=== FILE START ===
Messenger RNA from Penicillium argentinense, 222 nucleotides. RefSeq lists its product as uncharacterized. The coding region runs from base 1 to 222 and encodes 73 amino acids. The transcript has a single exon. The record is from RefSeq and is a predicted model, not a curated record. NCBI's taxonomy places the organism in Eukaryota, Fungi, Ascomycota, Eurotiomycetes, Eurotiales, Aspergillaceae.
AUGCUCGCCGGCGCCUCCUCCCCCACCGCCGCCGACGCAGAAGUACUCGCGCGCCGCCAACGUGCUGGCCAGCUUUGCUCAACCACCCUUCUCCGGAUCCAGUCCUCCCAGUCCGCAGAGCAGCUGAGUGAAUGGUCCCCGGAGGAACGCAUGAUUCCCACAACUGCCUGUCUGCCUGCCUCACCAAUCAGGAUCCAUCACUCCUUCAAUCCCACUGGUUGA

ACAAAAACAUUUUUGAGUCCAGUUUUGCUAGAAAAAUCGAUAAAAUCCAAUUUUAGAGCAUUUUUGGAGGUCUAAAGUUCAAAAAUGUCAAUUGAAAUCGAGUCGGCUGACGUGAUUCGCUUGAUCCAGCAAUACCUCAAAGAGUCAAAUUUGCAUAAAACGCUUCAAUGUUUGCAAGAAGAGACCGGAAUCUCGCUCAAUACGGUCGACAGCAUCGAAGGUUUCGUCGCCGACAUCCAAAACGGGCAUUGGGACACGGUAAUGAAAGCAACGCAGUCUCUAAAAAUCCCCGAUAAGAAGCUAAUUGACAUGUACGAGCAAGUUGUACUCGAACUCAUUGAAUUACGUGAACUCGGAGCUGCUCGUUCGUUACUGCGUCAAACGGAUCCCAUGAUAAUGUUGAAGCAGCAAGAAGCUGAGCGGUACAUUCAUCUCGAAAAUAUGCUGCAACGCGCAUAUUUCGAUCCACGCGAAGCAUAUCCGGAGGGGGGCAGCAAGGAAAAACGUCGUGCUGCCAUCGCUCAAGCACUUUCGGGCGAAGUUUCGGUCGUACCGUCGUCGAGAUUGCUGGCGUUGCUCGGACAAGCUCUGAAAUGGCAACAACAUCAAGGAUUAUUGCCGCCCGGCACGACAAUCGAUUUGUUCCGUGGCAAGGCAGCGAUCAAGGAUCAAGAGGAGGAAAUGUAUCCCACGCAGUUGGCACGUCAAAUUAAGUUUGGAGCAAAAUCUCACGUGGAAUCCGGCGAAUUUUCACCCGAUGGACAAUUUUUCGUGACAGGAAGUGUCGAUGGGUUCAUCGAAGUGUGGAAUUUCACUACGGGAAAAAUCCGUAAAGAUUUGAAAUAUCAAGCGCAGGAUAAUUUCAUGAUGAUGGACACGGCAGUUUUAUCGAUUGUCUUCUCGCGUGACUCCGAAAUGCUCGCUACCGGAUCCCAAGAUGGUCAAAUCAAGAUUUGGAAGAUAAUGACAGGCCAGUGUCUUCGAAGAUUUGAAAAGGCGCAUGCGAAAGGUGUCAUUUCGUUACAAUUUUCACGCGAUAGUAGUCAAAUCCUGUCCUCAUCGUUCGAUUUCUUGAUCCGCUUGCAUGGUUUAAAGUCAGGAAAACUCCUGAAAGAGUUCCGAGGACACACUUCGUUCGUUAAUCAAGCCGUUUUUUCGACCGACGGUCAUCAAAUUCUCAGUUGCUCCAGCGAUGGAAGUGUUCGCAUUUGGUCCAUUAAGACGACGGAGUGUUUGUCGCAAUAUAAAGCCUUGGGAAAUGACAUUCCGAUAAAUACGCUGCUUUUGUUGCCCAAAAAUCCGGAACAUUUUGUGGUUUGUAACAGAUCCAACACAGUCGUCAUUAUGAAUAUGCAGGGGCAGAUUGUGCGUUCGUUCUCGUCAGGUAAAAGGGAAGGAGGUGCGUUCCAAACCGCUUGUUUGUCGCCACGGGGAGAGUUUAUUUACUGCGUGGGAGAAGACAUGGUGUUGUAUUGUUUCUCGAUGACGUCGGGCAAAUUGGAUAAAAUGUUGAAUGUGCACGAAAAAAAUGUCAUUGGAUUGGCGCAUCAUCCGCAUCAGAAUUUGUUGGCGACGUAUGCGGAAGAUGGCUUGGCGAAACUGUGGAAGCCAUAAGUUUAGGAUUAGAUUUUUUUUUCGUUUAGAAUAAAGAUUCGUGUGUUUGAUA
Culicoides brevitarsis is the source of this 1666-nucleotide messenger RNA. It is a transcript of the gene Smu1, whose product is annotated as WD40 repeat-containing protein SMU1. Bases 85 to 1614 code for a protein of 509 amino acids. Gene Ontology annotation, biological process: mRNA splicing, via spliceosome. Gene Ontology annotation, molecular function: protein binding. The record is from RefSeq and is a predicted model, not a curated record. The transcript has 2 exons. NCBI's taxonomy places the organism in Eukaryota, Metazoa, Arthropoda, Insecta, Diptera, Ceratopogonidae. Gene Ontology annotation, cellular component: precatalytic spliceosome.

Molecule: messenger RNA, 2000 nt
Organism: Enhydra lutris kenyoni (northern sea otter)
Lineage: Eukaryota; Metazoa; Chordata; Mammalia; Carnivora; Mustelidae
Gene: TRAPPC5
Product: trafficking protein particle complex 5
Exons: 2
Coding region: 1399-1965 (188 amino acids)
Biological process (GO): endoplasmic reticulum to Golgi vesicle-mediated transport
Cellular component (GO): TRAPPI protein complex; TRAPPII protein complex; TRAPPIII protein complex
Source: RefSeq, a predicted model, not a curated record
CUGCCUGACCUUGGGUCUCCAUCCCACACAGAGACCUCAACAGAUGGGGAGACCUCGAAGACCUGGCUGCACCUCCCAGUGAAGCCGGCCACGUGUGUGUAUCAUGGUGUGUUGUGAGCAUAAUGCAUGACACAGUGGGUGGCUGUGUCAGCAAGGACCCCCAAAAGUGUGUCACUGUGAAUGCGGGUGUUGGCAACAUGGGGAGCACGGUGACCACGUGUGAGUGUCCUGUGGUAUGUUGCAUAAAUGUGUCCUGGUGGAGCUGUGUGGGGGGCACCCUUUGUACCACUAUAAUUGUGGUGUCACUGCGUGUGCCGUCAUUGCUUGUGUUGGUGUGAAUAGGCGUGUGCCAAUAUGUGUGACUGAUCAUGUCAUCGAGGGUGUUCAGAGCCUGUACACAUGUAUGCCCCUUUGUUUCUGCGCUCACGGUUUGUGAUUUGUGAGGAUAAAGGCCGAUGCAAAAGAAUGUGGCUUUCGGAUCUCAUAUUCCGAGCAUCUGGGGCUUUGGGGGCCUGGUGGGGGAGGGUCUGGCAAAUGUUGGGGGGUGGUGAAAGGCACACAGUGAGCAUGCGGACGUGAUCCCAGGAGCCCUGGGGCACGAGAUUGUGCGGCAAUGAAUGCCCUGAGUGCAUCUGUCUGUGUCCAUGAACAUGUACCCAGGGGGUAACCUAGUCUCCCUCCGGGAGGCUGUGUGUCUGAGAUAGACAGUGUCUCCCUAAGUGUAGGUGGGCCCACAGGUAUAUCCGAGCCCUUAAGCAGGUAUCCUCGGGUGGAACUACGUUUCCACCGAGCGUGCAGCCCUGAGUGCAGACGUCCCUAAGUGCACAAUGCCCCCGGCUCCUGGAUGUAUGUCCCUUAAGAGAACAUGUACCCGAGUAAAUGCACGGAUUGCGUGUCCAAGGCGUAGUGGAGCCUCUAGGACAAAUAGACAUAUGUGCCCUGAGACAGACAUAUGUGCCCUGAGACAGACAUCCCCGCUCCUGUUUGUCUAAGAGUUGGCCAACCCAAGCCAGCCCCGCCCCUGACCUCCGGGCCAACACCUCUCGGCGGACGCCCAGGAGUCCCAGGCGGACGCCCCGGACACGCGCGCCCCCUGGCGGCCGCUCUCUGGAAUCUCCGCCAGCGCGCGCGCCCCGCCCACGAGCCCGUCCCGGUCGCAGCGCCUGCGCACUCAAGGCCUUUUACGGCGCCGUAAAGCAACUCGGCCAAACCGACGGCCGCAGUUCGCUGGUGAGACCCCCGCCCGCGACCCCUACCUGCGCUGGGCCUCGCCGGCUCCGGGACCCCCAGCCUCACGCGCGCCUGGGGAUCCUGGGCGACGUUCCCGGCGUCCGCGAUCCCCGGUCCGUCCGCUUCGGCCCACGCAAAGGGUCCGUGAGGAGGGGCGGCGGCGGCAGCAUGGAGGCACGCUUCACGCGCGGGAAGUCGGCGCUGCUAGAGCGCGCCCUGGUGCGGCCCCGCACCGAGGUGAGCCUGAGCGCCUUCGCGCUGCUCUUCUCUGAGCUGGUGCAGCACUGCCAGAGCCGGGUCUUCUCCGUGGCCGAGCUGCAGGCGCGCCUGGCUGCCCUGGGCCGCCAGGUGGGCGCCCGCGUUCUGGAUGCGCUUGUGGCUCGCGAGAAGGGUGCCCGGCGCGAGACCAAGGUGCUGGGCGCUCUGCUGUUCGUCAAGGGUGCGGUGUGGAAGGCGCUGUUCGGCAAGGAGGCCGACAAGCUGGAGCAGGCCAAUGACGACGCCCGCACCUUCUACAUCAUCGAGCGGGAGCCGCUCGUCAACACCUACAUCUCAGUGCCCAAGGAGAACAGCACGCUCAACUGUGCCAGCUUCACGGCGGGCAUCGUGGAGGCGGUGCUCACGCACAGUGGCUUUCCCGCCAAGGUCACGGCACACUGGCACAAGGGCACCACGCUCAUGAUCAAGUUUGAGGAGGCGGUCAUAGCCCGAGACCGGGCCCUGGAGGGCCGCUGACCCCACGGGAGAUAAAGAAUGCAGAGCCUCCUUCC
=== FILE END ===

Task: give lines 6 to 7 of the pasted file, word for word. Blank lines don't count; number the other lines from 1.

Organism: Enhydra lutris kenyoni (northern sea otter)
Lineage: Eukaryota; Metazoa; Chordata; Mammalia; Carnivora; Mustelidae